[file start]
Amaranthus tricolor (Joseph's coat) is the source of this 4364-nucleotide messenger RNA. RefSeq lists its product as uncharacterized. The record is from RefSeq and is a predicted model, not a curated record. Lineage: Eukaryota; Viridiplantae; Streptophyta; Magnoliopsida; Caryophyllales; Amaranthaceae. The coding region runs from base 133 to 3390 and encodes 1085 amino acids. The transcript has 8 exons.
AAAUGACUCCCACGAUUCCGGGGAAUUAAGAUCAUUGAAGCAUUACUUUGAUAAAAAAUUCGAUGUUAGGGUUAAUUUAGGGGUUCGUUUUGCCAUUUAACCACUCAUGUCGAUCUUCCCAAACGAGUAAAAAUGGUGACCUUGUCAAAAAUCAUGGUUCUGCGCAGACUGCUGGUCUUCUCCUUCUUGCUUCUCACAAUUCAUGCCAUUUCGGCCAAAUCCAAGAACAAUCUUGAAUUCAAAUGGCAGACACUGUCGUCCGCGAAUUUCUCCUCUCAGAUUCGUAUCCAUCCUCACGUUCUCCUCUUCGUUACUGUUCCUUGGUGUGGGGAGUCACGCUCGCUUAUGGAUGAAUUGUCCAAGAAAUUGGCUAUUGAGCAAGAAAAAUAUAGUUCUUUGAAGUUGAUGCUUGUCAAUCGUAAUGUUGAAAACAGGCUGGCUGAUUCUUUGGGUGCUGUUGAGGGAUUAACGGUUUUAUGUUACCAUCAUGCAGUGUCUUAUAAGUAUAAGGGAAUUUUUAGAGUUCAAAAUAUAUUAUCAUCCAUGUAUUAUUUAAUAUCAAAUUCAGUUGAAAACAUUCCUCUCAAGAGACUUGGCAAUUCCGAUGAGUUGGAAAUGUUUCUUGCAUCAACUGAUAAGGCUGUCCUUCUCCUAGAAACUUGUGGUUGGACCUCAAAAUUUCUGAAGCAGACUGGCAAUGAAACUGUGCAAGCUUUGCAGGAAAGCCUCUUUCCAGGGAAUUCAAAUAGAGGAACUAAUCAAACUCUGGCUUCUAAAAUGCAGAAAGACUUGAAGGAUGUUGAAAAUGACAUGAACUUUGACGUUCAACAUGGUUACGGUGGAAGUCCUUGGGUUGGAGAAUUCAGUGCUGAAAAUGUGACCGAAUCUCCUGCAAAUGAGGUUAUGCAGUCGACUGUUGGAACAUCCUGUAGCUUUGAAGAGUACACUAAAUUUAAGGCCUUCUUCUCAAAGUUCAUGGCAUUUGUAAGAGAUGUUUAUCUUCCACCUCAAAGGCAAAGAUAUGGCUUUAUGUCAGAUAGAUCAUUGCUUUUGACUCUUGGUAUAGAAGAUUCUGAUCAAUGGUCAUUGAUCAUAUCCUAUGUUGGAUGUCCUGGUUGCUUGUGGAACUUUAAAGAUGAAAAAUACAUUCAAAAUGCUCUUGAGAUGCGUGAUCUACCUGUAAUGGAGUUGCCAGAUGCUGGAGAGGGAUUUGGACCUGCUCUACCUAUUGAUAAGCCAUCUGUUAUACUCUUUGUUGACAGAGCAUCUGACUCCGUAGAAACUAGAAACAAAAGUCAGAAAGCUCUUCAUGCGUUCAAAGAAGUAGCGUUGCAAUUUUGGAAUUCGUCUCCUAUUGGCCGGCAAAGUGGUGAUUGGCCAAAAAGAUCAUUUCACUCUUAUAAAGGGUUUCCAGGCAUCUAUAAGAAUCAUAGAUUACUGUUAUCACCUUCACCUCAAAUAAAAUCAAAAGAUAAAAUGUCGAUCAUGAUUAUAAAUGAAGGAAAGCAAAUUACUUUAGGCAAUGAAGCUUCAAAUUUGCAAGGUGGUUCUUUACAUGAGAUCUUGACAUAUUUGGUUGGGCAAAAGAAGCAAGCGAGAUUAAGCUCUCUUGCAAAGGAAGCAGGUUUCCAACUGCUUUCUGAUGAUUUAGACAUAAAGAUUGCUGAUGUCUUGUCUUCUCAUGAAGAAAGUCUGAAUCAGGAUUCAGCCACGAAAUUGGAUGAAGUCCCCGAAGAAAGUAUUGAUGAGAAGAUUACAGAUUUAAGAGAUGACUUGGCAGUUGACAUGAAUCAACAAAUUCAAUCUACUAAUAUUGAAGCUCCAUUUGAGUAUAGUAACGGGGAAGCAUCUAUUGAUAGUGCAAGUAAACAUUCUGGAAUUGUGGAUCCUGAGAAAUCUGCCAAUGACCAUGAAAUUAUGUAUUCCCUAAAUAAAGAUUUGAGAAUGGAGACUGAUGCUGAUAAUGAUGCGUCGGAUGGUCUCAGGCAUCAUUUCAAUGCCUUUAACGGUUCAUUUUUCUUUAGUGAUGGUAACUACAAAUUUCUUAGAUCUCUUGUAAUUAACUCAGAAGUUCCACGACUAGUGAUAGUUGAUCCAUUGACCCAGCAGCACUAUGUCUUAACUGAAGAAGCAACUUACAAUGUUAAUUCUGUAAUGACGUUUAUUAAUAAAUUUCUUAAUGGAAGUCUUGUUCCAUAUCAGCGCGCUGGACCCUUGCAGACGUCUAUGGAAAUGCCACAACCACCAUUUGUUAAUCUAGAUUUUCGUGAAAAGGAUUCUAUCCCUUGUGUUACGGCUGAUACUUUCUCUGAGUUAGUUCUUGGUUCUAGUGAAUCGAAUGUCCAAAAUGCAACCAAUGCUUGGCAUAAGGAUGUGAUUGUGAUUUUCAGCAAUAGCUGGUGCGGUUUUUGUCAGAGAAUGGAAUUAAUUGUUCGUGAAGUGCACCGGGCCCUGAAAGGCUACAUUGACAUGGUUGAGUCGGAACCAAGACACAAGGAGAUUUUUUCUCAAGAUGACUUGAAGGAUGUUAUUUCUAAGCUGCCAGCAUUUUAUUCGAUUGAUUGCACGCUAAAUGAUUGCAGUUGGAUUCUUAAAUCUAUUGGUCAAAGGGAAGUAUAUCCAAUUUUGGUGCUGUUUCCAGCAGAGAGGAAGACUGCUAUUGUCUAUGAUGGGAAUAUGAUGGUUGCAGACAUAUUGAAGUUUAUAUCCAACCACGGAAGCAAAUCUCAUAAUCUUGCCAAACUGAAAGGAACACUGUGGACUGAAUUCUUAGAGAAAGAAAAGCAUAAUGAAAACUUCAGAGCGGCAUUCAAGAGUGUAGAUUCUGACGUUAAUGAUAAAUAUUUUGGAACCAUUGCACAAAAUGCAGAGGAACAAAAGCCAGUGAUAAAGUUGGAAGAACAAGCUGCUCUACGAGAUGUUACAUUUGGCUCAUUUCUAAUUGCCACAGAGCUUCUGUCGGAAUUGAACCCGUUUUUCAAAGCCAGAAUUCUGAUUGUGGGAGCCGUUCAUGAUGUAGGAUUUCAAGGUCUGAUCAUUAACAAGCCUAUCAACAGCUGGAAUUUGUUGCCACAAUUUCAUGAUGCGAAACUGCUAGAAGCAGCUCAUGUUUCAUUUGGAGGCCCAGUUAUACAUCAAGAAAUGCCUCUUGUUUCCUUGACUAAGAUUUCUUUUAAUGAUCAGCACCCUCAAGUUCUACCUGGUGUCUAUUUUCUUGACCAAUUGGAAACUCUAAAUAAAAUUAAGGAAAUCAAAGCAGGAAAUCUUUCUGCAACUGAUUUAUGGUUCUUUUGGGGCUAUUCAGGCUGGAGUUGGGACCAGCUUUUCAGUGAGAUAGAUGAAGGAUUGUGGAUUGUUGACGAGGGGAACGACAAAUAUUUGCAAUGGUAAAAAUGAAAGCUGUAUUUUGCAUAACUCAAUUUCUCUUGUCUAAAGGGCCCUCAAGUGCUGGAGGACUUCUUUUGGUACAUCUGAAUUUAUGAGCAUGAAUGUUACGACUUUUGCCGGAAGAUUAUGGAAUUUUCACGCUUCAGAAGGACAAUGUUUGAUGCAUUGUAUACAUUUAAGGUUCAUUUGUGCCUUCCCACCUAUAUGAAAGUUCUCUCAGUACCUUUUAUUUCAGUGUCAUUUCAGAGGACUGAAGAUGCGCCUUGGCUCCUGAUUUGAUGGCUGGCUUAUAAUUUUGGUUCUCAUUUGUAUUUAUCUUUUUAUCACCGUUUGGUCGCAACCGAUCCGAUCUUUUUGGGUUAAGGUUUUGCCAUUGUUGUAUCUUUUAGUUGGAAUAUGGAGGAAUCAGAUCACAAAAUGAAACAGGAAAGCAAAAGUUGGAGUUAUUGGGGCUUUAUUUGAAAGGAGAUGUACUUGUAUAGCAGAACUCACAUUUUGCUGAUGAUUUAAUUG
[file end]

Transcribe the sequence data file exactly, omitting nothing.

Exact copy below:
Amaranthus tricolor (Joseph's coat) is the source of this 4364-nucleotide messenger RNA. RefSeq lists its product as uncharacterized. The record is from RefSeq and is a predicted model, not a curated record. Lineage: Eukaryota; Viridiplantae; Streptophyta; Magnoliopsida; Caryophyllales; Amaranthaceae. The coding region runs from base 133 to 3390 and encodes 1085 amino acids. The transcript has 8 exons.
AAAUGACUCCCACGAUUCCGGGGAAUUAAGAUCAUUGAAGCAUUACUUUGAUAAAAAAUUCGAUGUUAGGGUUAAUUUAGGGGUUCGUUUUGCCAUUUAACCACUCAUGUCGAUCUUCCCAAACGAGUAAAAAUGGUGACCUUGUCAAAAAUCAUGGUUCUGCGCAGACUGCUGGUCUUCUCCUUCUUGCUUCUCACAAUUCAUGCCAUUUCGGCCAAAUCCAAGAACAAUCUUGAAUUCAAAUGGCAGACACUGUCGUCCGCGAAUUUCUCCUCUCAGAUUCGUAUCCAUCCUCACGUUCUCCUCUUCGUUACUGUUCCUUGGUGUGGGGAGUCACGCUCGCUUAUGGAUGAAUUGUCCAAGAAAUUGGCUAUUGAGCAAGAAAAAUAUAGUUCUUUGAAGUUGAUGCUUGUCAAUCGUAAUGUUGAAAACAGGCUGGCUGAUUCUUUGGGUGCUGUUGAGGGAUUAACGGUUUUAUGUUACCAUCAUGCAGUGUCUUAUAAGUAUAAGGGAAUUUUUAGAGUUCAAAAUAUAUUAUCAUCCAUGUAUUAUUUAAUAUCAAAUUCAGUUGAAAACAUUCCUCUCAAGAGACUUGGCAAUUCCGAUGAGUUGGAAAUGUUUCUUGCAUCAACUGAUAAGGCUGUCCUUCUCCUAGAAACUUGUGGUUGGACCUCAAAAUUUCUGAAGCAGACUGGCAAUGAAACUGUGCAAGCUUUGCAGGAAAGCCUCUUUCCAGGGAAUUCAAAUAGAGGAACUAAUCAAACUCUGGCUUCUAAAAUGCAGAAAGACUUGAAGGAUGUUGAAAAUGACAUGAACUUUGACGUUCAACAUGGUUACGGUGGAAGUCCUUGGGUUGGAGAAUUCAGUGCUGAAAAUGUGACCGAAUCUCCUGCAAAUGAGGUUAUGCAGUCGACUGUUGGAACAUCCUGUAGCUUUGAAGAGUACACUAAAUUUAAGGCCUUCUUCUCAAAGUUCAUGGCAUUUGUAAGAGAUGUUUAUCUUCCACCUCAAAGGCAAAGAUAUGGCUUUAUGUCAGAUAGAUCAUUGCUUUUGACUCUUGGUAUAGAAGAUUCUGAUCAAUGGUCAUUGAUCAUAUCCUAUGUUGGAUGUCCUGGUUGCUUGUGGAACUUUAAAGAUGAAAAAUACAUUCAAAAUGCUCUUGAGAUGCGUGAUCUACCUGUAAUGGAGUUGCCAGAUGCUGGAGAGGGAUUUGGACCUGCUCUACCUAUUGAUAAGCCAUCUGUUAUACUCUUUGUUGACAGAGCAUCUGACUCCGUAGAAACUAGAAACAAAAGUCAGAAAGCUCUUCAUGCGUUCAAAGAAGUAGCGUUGCAAUUUUGGAAUUCGUCUCCUAUUGGCCGGCAAAGUGGUGAUUGGCCAAAAAGAUCAUUUCACUCUUAUAAAGGGUUUCCAGGCAUCUAUAAGAAUCAUAGAUUACUGUUAUCACCUUCACCUCAAAUAAAAUCAAAAGAUAAAAUGUCGAUCAUGAUUAUAAAUGAAGGAAAGCAAAUUACUUUAGGCAAUGAAGCUUCAAAUUUGCAAGGUGGUUCUUUACAUGAGAUCUUGACAUAUUUGGUUGGGCAAAAGAAGCAAGCGAGAUUAAGCUCUCUUGCAAAGGAAGCAGGUUUCCAACUGCUUUCUGAUGAUUUAGACAUAAAGAUUGCUGAUGUCUUGUCUUCUCAUGAAGAAAGUCUGAAUCAGGAUUCAGCCACGAAAUUGGAUGAAGUCCCCGAAGAAAGUAUUGAUGAGAAGAUUACAGAUUUAAGAGAUGACUUGGCAGUUGACAUGAAUCAACAAAUUCAAUCUACUAAUAUUGAAGCUCCAUUUGAGUAUAGUAACGGGGAAGCAUCUAUUGAUAGUGCAAGUAAACAUUCUGGAAUUGUGGAUCCUGAGAAAUCUGCCAAUGACCAUGAAAUUAUGUAUUCCCUAAAUAAAGAUUUGAGAAUGGAGACUGAUGCUGAUAAUGAUGCGUCGGAUGGUCUCAGGCAUCAUUUCAAUGCCUUUAACGGUUCAUUUUUCUUUAGUGAUGGUAACUACAAAUUUCUUAGAUCUCUUGUAAUUAACUCAGAAGUUCCACGACUAGUGAUAGUUGAUCCAUUGACCCAGCAGCACUAUGUCUUAACUGAAGAAGCAACUUACAAUGUUAAUUCUGUAAUGACGUUUAUUAAUAAAUUUCUUAAUGGAAGUCUUGUUCCAUAUCAGCGCGCUGGACCCUUGCAGACGUCUAUGGAAAUGCCACAACCACCAUUUGUUAAUCUAGAUUUUCGUGAAAAGGAUUCUAUCCCUUGUGUUACGGCUGAUACUUUCUCUGAGUUAGUUCUUGGUUCUAGUGAAUCGAAUGUCCAAAAUGCAACCAAUGCUUGGCAUAAGGAUGUGAUUGUGAUUUUCAGCAAUAGCUGGUGCGGUUUUUGUCAGAGAAUGGAAUUAAUUGUUCGUGAAGUGCACCGGGCCCUGAAAGGCUACAUUGACAUGGUUGAGUCGGAACCAAGACACAAGGAGAUUUUUUCUCAAGAUGACUUGAAGGAUGUUAUUUCUAAGCUGCCAGCAUUUUAUUCGAUUGAUUGCACGCUAAAUGAUUGCAGUUGGAUUCUUAAAUCUAUUGGUCAAAGGGAAGUAUAUCCAAUUUUGGUGCUGUUUCCAGCAGAGAGGAAGACUGCUAUUGUCUAUGAUGGGAAUAUGAUGGUUGCAGACAUAUUGAAGUUUAUAUCCAACCACGGAAGCAAAUCUCAUAAUCUUGCCAAACUGAAAGGAACACUGUGGACUGAAUUCUUAGAGAAAGAAAAGCAUAAUGAAAACUUCAGAGCGGCAUUCAAGAGUGUAGAUUCUGACGUUAAUGAUAAAUAUUUUGGAACCAUUGCACAAAAUGCAGAGGAACAAAAGCCAGUGAUAAAGUUGGAAGAACAAGCUGCUCUACGAGAUGUUACAUUUGGCUCAUUUCUAAUUGCCACAGAGCUUCUGUCGGAAUUGAACCCGUUUUUCAAAGCCAGAAUUCUGAUUGUGGGAGCCGUUCAUGAUGUAGGAUUUCAAGGUCUGAUCAUUAACAAGCCUAUCAACAGCUGGAAUUUGUUGCCACAAUUUCAUGAUGCGAAACUGCUAGAAGCAGCUCAUGUUUCAUUUGGAGGCCCAGUUAUACAUCAAGAAAUGCCUCUUGUUUCCUUGACUAAGAUUUCUUUUAAUGAUCAGCACCCUCAAGUUCUACCUGGUGUCUAUUUUCUUGACCAAUUGGAAACUCUAAAUAAAAUUAAGGAAAUCAAAGCAGGAAAUCUUUCUGCAACUGAUUUAUGGUUCUUUUGGGGCUAUUCAGGCUGGAGUUGGGACCAGCUUUUCAGUGAGAUAGAUGAAGGAUUGUGGAUUGUUGACGAGGGGAACGACAAAUAUUUGCAAUGGUAAAAAUGAAAGCUGUAUUUUGCAUAACUCAAUUUCUCUUGUCUAAAGGGCCCUCAAGUGCUGGAGGACUUCUUUUGGUACAUCUGAAUUUAUGAGCAUGAAUGUUACGACUUUUGCCGGAAGAUUAUGGAAUUUUCACGCUUCAGAAGGACAAUGUUUGAUGCAUUGUAUACAUUUAAGGUUCAUUUGUGCCUUCCCACCUAUAUGAAAGUUCUCUCAGUACCUUUUAUUUCAGUGUCAUUUCAGAGGACUGAAGAUGCGCCUUGGCUCCUGAUUUGAUGGCUGGCUUAUAAUUUUGGUUCUCAUUUGUAUUUAUCUUUUUAUCACCGUUUGGUCGCAACCGAUCCGAUCUUUUUGGGUUAAGGUUUUGCCAUUGUUGUAUCUUUUAGUUGGAAUAUGGAGGAAUCAGAUCACAAAAUGAAACAGGAAAGCAAAAGUUGGAGUUAUUGGGGCUUUAUUUGAAAGGAGAUGUACUUGUAUAGCAGAACUCACAUUUUGCUGAUGAUUUAAUUG